As to the first claim, that the evidence was insufficient for the jury to conclude the blade was a “weapon,…

Third Circuit Upholds Free Speech Rights of Anti-abortion Protestor Arrested for Demonstrating in Front of Liberty Bell Center.

In United States v. Michael Marcavage, No. 09-3573 (3d Cir. June 16, 2010), the defendant and some 20 others demonstrated in an anti-abortion protest – with graphic signs and use of a bullhorn – in front of the entrance to Philadelphia’s Liberty Bell Center in Independence National Historical Park, where a long line of tourists were waiting to enter. Although Marcavage did not have a written permit as National Park Service regulations require, a park ranger stated that he would give the demonstrators a verbal permit, but they had to move away from the entrance to a nearby designated demonstration area. When Marcavage refused to move, park rangers arrested him for violating the terms of the permit and interfering with Park Service functions, both misdemeanors. A U.S. Magistrate Judge in the Eastern District of Pennsylvania found him guilty on both counts after a two-day trial, sentencing him to 12 months’ probation. On appeal to a U.S. District Court Judge, the conviction and sentence …

U.S. Supreme Court Severely Restricts Scope of Sentence Reduction Proceedings under 18 U.S.C. § 3582(c)(2).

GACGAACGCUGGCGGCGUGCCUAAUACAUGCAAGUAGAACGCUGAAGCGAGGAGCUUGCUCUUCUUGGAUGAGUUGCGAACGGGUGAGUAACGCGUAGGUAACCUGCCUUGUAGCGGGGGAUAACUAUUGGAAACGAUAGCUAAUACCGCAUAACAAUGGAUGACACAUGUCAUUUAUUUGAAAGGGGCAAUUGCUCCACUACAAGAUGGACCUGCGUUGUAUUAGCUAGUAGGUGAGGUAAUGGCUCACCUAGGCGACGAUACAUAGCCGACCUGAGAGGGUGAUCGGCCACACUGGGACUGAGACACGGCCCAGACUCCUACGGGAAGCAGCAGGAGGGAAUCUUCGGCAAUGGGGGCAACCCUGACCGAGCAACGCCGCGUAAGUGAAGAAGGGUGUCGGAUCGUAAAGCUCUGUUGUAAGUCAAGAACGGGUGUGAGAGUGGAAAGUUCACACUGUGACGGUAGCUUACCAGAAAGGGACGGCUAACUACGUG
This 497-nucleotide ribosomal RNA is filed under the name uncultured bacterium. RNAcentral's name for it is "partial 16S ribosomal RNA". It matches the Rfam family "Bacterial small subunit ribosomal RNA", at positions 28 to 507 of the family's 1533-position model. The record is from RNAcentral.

As suggested in this Blog’s May 2009 entry, the Third Circuit’s decision in United States v. Dillon, 572 F.3d 146 (3d Cir. 2009) has, indeed, effectively "ended crack litigation", as the Supreme Court, by a 7-1 vote, affirmed the Third Circuit in Dillon v. United States, No. 09-6338 (U.S. June 17, 2010). In brief, Justice Sotomayor’s majority opinion holds that proceedings brought by a defendant’s motion for sentence reduction under 18 U.S.C. § 3582(c)(2) are not governed by the same principles as standard plenary sentencing proceedings – notably, application of United States v. Booker, 543 U.S. 220 (2005) – but rather are limited to the specific reduction permitted by the Sentencing Commission’s relevant policy statement. The effect of Dillon, in light of the recent two-level reduction for crack offenses in the USSG § 2D1.1 drug tables, is to limit eligibility for that reduction only to defendants whose calculated Sentencing Guidelines range is actually reduced by two level…

"Clearly Established Federal Law" is Determined as of the Date of the Relevant State-Court Decision Subject to Habeas Review